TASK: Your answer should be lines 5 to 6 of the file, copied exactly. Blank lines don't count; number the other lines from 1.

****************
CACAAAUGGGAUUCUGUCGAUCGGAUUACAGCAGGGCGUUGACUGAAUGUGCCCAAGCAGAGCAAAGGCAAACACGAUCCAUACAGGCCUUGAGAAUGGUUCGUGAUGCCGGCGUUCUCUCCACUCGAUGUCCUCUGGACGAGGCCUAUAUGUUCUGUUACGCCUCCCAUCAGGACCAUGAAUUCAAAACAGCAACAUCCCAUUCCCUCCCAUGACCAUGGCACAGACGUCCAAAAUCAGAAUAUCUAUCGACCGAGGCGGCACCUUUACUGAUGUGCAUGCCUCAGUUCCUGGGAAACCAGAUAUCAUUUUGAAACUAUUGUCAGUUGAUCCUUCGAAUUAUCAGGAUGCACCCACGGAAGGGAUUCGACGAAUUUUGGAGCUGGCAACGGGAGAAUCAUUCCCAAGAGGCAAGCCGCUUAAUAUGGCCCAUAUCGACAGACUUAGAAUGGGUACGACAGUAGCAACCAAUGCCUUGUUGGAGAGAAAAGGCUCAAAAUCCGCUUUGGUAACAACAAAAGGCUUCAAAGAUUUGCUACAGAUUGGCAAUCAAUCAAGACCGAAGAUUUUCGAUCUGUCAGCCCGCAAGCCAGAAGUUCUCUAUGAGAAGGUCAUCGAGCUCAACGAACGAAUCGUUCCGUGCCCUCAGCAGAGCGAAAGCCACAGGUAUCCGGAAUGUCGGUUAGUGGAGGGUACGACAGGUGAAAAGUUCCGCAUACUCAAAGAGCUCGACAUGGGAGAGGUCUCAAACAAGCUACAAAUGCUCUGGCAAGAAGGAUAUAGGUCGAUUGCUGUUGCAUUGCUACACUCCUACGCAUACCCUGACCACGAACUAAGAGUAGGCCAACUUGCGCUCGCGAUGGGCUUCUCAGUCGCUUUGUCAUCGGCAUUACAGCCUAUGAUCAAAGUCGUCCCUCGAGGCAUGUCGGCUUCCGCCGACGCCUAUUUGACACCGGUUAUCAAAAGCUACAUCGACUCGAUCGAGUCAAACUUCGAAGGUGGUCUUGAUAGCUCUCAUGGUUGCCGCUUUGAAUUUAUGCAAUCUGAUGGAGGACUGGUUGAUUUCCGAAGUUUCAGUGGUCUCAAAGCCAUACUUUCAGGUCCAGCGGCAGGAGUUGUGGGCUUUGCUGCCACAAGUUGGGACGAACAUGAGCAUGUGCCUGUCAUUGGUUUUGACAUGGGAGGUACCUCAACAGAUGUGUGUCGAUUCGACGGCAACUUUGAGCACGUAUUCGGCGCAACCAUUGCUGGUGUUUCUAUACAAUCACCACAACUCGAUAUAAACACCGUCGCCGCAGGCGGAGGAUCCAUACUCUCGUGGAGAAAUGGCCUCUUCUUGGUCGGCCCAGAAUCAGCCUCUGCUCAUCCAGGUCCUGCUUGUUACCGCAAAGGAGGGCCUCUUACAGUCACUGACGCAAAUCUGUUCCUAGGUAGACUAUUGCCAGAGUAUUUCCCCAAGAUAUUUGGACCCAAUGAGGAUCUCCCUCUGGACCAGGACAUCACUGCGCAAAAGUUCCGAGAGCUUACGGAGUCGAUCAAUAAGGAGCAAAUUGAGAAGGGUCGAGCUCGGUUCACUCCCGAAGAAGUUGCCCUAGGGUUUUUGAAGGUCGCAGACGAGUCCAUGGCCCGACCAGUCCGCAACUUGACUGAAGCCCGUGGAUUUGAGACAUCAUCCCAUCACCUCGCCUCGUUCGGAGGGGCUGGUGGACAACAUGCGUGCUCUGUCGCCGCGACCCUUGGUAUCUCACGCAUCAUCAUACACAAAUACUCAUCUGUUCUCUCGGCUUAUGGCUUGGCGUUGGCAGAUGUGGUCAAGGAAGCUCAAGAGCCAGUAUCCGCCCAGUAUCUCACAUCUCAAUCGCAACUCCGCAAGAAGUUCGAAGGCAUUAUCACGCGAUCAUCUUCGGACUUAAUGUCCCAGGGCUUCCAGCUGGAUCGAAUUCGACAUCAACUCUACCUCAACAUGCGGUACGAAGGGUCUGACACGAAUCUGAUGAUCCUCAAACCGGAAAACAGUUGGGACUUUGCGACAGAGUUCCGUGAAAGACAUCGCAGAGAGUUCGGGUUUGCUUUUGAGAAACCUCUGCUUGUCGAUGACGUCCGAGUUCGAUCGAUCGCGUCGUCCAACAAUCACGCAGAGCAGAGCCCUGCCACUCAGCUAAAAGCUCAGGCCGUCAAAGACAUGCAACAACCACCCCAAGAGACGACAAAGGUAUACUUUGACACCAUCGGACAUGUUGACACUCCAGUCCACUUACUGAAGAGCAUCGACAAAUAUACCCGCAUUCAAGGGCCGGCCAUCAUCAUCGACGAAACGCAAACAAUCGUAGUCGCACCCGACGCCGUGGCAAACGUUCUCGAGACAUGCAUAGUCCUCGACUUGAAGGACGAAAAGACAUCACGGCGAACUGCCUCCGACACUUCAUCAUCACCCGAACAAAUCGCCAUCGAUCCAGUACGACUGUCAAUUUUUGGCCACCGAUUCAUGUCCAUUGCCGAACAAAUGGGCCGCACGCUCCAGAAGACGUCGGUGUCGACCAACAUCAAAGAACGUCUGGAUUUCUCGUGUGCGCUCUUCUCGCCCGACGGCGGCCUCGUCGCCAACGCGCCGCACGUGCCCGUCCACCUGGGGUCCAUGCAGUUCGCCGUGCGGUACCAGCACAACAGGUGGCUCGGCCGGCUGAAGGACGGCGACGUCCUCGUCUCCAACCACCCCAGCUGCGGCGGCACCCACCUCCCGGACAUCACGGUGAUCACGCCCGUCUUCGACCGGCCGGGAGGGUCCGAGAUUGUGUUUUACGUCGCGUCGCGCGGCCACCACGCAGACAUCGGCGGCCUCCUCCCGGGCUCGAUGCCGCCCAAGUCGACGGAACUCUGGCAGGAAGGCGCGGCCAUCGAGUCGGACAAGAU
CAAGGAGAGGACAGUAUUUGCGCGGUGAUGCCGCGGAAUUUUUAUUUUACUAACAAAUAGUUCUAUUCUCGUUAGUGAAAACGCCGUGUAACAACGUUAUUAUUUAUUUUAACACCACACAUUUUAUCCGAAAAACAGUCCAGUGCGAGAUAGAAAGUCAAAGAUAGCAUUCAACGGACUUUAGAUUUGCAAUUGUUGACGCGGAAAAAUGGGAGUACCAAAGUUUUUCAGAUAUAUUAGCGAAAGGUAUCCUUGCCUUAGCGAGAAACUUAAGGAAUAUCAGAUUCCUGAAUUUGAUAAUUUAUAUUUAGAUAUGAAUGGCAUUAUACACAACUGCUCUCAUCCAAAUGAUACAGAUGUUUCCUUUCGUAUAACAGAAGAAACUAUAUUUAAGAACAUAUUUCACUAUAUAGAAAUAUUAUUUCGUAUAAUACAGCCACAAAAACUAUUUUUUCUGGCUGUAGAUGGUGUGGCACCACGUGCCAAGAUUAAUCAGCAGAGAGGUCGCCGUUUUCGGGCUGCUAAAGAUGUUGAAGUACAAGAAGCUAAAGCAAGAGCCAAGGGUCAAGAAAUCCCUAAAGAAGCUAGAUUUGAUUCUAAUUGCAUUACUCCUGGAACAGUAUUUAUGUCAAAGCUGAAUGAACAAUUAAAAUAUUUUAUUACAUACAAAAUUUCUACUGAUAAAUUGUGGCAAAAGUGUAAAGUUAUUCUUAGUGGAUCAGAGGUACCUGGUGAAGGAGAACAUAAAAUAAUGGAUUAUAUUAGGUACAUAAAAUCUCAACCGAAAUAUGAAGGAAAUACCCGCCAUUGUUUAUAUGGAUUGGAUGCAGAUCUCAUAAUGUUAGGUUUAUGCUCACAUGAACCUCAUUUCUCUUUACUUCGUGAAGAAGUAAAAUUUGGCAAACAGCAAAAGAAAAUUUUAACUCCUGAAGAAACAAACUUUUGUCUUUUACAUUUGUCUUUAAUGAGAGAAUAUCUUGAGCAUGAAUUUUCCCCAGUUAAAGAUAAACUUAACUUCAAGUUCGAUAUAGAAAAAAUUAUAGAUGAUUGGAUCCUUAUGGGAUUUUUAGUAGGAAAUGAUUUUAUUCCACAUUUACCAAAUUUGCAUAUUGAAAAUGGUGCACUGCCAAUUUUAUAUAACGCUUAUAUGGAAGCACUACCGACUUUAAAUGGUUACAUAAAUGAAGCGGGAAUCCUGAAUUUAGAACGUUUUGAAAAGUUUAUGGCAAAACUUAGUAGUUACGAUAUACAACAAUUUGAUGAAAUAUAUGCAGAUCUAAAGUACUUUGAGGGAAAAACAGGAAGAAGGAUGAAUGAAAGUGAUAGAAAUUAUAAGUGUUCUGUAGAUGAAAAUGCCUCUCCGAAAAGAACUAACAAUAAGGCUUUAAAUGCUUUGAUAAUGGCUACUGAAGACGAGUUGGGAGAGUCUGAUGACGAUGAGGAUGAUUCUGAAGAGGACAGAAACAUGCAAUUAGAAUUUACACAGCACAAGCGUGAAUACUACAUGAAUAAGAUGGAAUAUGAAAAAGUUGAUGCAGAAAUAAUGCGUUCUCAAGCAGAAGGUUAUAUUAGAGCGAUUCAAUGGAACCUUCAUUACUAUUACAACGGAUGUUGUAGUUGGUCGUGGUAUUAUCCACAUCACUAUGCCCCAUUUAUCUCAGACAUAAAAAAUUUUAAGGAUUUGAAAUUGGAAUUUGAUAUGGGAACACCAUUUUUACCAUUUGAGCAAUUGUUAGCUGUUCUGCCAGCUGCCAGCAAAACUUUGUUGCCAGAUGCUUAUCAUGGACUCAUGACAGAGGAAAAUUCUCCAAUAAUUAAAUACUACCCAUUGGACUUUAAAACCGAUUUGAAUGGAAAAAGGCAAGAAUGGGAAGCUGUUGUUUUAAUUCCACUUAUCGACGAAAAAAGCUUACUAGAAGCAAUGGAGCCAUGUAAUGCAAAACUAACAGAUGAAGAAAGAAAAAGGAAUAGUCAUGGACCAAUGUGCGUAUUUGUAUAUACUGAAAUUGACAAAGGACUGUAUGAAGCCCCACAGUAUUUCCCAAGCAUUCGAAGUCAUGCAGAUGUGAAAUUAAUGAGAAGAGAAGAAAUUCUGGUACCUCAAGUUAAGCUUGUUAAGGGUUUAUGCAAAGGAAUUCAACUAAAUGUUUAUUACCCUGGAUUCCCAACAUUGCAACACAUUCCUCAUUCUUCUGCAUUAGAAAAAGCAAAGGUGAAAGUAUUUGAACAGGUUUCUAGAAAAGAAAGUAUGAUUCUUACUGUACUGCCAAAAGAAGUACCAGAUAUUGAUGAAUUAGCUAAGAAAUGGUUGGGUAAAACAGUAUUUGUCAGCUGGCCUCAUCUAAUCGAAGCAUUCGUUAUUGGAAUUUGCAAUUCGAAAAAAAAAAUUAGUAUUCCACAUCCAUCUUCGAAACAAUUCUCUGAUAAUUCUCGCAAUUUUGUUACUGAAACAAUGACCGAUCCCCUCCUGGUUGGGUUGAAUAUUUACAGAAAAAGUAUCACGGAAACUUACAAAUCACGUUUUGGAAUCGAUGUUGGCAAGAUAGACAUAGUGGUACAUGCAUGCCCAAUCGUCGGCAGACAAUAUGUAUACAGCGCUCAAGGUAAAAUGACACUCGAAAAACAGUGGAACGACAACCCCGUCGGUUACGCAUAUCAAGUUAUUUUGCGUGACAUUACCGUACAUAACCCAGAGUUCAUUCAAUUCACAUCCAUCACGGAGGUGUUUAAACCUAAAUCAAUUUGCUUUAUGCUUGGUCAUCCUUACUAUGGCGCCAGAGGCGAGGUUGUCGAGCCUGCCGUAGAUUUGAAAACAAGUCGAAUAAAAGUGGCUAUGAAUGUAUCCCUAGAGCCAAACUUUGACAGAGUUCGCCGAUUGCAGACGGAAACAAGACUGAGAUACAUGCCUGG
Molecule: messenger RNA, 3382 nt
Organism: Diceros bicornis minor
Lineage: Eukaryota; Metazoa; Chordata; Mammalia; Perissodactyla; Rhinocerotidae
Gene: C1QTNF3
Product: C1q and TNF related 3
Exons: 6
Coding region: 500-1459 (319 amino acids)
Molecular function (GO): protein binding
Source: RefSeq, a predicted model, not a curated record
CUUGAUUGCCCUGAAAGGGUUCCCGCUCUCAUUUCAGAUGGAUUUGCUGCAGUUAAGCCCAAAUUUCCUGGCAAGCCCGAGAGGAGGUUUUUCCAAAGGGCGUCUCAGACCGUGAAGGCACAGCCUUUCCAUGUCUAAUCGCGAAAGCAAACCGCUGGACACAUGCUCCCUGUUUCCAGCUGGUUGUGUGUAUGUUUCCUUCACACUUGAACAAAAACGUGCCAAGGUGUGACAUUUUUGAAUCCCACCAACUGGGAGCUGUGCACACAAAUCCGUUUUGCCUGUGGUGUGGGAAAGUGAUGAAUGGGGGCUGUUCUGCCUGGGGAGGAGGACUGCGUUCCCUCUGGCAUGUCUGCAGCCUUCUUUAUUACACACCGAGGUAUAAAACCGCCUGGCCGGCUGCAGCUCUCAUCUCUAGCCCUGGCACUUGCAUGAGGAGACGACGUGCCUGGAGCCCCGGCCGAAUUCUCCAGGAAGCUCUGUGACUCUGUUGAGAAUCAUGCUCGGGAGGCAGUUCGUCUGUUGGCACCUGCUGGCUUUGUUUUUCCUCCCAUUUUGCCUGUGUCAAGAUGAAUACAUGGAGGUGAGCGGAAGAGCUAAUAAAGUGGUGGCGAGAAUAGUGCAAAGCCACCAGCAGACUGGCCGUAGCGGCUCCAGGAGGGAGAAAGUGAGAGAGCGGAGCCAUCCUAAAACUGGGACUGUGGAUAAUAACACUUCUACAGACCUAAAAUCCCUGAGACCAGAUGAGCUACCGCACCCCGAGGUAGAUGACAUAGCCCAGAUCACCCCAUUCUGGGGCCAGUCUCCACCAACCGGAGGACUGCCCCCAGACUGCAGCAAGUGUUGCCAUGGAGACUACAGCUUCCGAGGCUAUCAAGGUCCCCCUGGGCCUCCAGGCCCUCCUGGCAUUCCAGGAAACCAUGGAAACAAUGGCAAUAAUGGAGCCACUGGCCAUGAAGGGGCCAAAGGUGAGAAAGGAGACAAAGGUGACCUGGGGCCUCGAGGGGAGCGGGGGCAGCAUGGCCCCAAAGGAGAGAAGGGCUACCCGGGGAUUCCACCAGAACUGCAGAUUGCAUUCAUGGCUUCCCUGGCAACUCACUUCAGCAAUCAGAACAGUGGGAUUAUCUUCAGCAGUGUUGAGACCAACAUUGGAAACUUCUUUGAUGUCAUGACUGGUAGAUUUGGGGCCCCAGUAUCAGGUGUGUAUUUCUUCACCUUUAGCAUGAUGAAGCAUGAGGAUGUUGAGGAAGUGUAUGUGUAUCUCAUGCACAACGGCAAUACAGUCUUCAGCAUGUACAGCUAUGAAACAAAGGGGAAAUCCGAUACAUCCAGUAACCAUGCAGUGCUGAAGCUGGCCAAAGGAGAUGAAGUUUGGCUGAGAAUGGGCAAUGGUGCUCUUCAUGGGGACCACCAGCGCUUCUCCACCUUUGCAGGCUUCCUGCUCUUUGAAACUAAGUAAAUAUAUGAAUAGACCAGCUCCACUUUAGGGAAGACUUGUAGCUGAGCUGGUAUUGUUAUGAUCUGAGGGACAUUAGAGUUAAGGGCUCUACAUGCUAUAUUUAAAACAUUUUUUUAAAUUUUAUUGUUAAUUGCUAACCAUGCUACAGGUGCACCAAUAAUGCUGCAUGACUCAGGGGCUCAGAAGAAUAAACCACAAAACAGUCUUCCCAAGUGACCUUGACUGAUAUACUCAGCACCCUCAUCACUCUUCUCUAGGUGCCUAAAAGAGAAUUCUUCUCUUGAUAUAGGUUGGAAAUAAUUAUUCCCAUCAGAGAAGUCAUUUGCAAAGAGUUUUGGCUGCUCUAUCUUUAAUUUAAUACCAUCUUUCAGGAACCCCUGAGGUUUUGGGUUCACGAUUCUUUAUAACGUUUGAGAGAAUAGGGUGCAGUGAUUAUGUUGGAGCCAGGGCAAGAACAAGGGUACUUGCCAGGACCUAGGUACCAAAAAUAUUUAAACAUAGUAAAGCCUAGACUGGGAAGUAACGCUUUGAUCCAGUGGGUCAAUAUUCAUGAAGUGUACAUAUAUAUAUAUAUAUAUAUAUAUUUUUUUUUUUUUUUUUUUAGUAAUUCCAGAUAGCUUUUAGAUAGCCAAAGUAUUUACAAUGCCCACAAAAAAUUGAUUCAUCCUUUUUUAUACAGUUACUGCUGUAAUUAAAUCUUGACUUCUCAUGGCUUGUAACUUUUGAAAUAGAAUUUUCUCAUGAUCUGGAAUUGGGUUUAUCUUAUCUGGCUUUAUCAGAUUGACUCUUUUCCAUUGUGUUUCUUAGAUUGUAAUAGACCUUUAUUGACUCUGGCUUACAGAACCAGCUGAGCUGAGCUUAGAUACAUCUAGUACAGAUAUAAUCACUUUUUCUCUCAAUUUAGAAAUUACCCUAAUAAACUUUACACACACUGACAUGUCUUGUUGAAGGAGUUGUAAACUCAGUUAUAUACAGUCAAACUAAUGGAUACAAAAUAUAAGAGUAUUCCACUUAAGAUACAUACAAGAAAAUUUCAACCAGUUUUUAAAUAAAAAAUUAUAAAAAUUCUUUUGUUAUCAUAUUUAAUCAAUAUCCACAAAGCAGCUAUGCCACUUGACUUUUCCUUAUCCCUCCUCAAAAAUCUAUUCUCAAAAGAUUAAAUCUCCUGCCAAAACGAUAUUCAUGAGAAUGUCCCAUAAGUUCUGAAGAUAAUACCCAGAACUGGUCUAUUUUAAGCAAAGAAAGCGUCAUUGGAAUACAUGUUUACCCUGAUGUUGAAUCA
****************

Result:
Lineage: Eukaryota; Metazoa; Chordata; Mammalia; Perissodactyla; Rhinocerotidae
Gene: C1QTNF3